Geographic isolation is a consistent technology of violence that is utilized to subjugate the Jawara tribe of India, and is used to enable non-Black settler voyeurism. The Jawara people live on reservations, in attempts to geographically isolate themselves to maintain a lifestyle based in tradition and tribal understandings of the world. However, the Indian army simultaneously justifies the neglect and exploitation of the Jawara people, by ignoring reports of drugging and alcoholism, while frequently bringing in tourists who wish to observe the tribe for bribes. This further enables the depiction of Jawara as “exotic” and “animal”, and can be mirrored to the experiences and orientation of non-Black settlers towards Black Native women on the reservation. It can also be seen in Black neighborhoods that are often praised for their art and culture, while the white gaze maintains a fetishistic relationship to the cultural capital that is gained via the production of said Black art. The fetishized notion of geographic regions cannot be considered distinct from the project of racial capitalism that is enacted upon these geographic zones. Legal documents and narrative experiences of tourists on the Jawara reservation recount being charged extremely high prices by police officers and Indian Army officials to shuttle people back and forth to Jawara reservations. Racial tourism is another demonstration of how white voyeurism is enabled by the geographic and spatial isolation of Black communities. While the reservation is often understood among Native studies to be a site of spatial isolation where violence occurs, I argue that this understanding of spatial isolation must be expanded to encompass non-Native Indigenous communities and Black communities. In addition to the reservation as a site of gratuitous violence that is enacted in excess upon Black and Native bodies, the spatial isolation that produces the plantation, the prison, the ghetto, the barrio, and the reservation are sites of simultaneous fetishization through which racial capital finds profit and is able to maintain itself. This is demonstrated through the processes of tourism on the plantation, the reservation, and Black neighborhoods. The plantation today is often visited as a historical artifact of the past, but simultaneously hailed as a site of “beautiful houses” and sprawling, gorgeous fields. Often, these discussions do not even include discussions of slavery, and when they do, they evoke feelings of white guilt that are posited as defamatory to slave owners and “Southern history”. The white-washed romanticization of the plantation is representative of how spaces where Black women experience violence can be rendered fetishized, signifying the disregard for Black life that experiences gratuitous violence. The romanticization of Black geographies is also seen in Black neighborhoods with the process of gentrification. Despite the over policing of Black communities, Black neighborhoods are often posited as “cultural” and with “rich history”, rendering them museum exhibits to be observed by outsiders in a voyeuristic process. As Black Wall Street is blown up when Black people try to gain economic autonomy, these spaces are reduced to objects for consumption. The descriptor of Black neighborhoods is then used to incentivize gentrification, where Black women are used as props to represent cultural competency. That is not to make the claim that gentrification can entirely be divorced from the economic structures of racial capitalism. However, it is possible that the psychological impetus for the co-constitutive fetishization and phobia of Blackness is what shapes the ways in which racial capitalism manifests itself. These systems can be extended to explain the occupation of the reservation with processes of tourism that occur on both Native American and Jawara reservations. Tourism often feeds the exoticization of Indigenous populations that are considered no different than zoo animals or the landscape, and thus dehumanizes the objects of fetish. Following, the process of anti-Black settler violence must not be understood solely through phobic interactions, but also through philia of both Black spaces (geographic regions) and bodies. The Black Native body, in addition to geographic space, uniquely experiences psycho-sexual fetishization. In Franz Fanon’s groundbreaking book, Black Skin White Masks, Fanon is able to note the moment of epidermalization through which Blackness is interpolated. As he sits on a train, he can recall a small white boy point at him, and say “Look, a Negro!” rendering that word a racial slur because of the associations that the child made with his epidermalized—i.e. visual—appearance. This, Fanon explains, is a psychological reaction that is a result of living within the world that overloads the psyche with associations of Blackness. The moment of epidermalization is theorized to be the reason why white women cross the street or lock their car doors in the presence of a Black man.24 While this racial signifier is often discussed in phobic terms, there is also a philic component of the white psyche that manifests in the form of exploitation. Philia works in conjunction with racial capitalism to produce psychic and physical violence against Black-Native bodies and manifests most evidently in context of the body of a Black woman.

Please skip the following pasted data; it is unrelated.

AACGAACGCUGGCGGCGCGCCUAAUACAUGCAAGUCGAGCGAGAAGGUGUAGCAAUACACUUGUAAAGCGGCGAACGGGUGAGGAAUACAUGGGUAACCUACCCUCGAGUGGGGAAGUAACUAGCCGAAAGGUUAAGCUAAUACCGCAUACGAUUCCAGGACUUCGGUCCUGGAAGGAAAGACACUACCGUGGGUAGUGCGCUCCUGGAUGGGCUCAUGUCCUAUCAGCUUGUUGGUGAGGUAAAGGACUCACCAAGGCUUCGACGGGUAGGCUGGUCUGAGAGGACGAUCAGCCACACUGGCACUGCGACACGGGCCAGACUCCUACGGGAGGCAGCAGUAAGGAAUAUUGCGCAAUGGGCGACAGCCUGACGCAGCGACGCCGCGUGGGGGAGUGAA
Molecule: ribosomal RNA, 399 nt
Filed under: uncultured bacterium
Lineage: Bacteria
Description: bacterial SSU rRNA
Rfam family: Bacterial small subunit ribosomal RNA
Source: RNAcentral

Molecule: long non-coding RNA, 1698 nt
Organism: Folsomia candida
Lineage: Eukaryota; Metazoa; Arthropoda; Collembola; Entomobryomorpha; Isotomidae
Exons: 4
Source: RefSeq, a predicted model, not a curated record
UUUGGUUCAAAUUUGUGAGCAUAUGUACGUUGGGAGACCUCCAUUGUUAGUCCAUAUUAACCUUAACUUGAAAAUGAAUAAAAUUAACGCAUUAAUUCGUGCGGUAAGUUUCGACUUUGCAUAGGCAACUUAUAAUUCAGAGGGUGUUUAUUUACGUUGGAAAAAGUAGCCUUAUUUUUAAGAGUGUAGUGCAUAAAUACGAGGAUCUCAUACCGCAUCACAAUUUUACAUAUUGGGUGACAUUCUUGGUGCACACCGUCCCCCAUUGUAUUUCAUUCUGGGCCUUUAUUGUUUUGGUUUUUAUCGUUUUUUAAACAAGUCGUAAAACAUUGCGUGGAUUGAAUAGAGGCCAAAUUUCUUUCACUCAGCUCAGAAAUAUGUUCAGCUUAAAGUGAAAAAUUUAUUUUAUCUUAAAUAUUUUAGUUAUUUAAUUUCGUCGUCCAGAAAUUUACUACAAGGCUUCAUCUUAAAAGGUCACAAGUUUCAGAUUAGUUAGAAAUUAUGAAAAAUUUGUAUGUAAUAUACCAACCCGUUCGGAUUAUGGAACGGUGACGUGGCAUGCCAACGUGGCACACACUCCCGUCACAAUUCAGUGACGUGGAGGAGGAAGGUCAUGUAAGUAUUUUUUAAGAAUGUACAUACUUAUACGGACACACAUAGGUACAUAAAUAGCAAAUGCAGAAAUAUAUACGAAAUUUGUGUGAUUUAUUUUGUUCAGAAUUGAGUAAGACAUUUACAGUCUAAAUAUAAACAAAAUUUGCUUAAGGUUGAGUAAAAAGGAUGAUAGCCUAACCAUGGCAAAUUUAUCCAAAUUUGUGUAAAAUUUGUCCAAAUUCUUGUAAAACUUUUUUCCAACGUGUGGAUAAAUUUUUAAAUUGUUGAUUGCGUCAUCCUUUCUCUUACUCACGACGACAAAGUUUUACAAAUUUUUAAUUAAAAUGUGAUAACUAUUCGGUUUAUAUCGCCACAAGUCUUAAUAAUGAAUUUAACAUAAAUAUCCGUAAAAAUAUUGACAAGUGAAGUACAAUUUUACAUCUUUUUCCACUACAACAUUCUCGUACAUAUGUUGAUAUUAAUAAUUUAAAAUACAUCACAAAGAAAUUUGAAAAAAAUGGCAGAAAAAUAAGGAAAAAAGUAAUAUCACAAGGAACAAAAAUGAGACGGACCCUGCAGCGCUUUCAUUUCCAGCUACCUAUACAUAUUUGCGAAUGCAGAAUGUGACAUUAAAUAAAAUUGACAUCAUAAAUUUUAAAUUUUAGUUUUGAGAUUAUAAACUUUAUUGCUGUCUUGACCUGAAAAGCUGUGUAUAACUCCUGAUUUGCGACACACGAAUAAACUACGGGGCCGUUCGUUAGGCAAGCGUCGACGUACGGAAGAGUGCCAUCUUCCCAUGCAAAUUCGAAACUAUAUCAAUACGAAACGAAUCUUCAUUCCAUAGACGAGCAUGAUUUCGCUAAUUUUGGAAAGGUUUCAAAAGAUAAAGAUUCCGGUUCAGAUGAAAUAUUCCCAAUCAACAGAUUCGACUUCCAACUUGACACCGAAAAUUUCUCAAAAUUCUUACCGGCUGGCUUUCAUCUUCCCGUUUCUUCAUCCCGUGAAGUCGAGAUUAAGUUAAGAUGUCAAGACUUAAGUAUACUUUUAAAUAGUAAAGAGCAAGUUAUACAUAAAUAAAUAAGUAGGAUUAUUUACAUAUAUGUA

The hyper-sexualization of the Black woman’s body is evidenced as a continuous trope applied to Black women, through examples in the United States and the Jawara tribe. The trope manifests in the form of exploitation and sexual violence against Black women. In 2015, the Jawara tribe was brought to the forefront of discussion within Indian society, when a video was leaked that depicted an Indian army official in uniform bribing a Jawara woman to take off her clothes and engage in “sexual” dancing for food. Both the police officer’s desire to see the Jawara woman dance, and the societal discourse surrounding the dance of the Jawara woman as inherently sexual, represents the process of “adultification” that is imposed upon Black women, where Black girls are never associated with innocence or childhood. and instead ascribed with adult-like maturity. This process of adultification is inextricably linked with the hyper-sexualization of Black women’s bodies, because while white women are granted a “child-like” innocence, Black women’s bodies are scripted as sexual and “more mature” for their ages, to justify sexual exploitation. That process of hyper-sexualization and adultification is demonstrated by the legal and societal treatment of Jawara women by settler nation states such as India, as well as the European explorers who first captured Jawara women and deemed them objects of sexuality and conquest. In 2014, the first public interview with the Jawara was conducted since their initial voluntary contact with outsiders, with an unnamed man from the tribe who wished to maintain anonymity for his safety and the safety of those who helped give the interview. The Jawara were described as beginning to come out of the jungle about sixteen years prior to this, and described the sexual abuse of girls from the tribe as systemic, saying that the “outside boys press [the girls] lots...and press them using hands and nails, when the girls get angry.” The interview was notable and was published days after eight Jawara women were kidnapped and sexually exploited by men who landed at the shores of Jawara territories in 2014. The systemic nature of the sexual abuse by outsiders is emblematic of an orientation towards Jawara women that justifies their sexual abuse, and the continuation of that sexual abuse with legal apathy on part of the Indian government.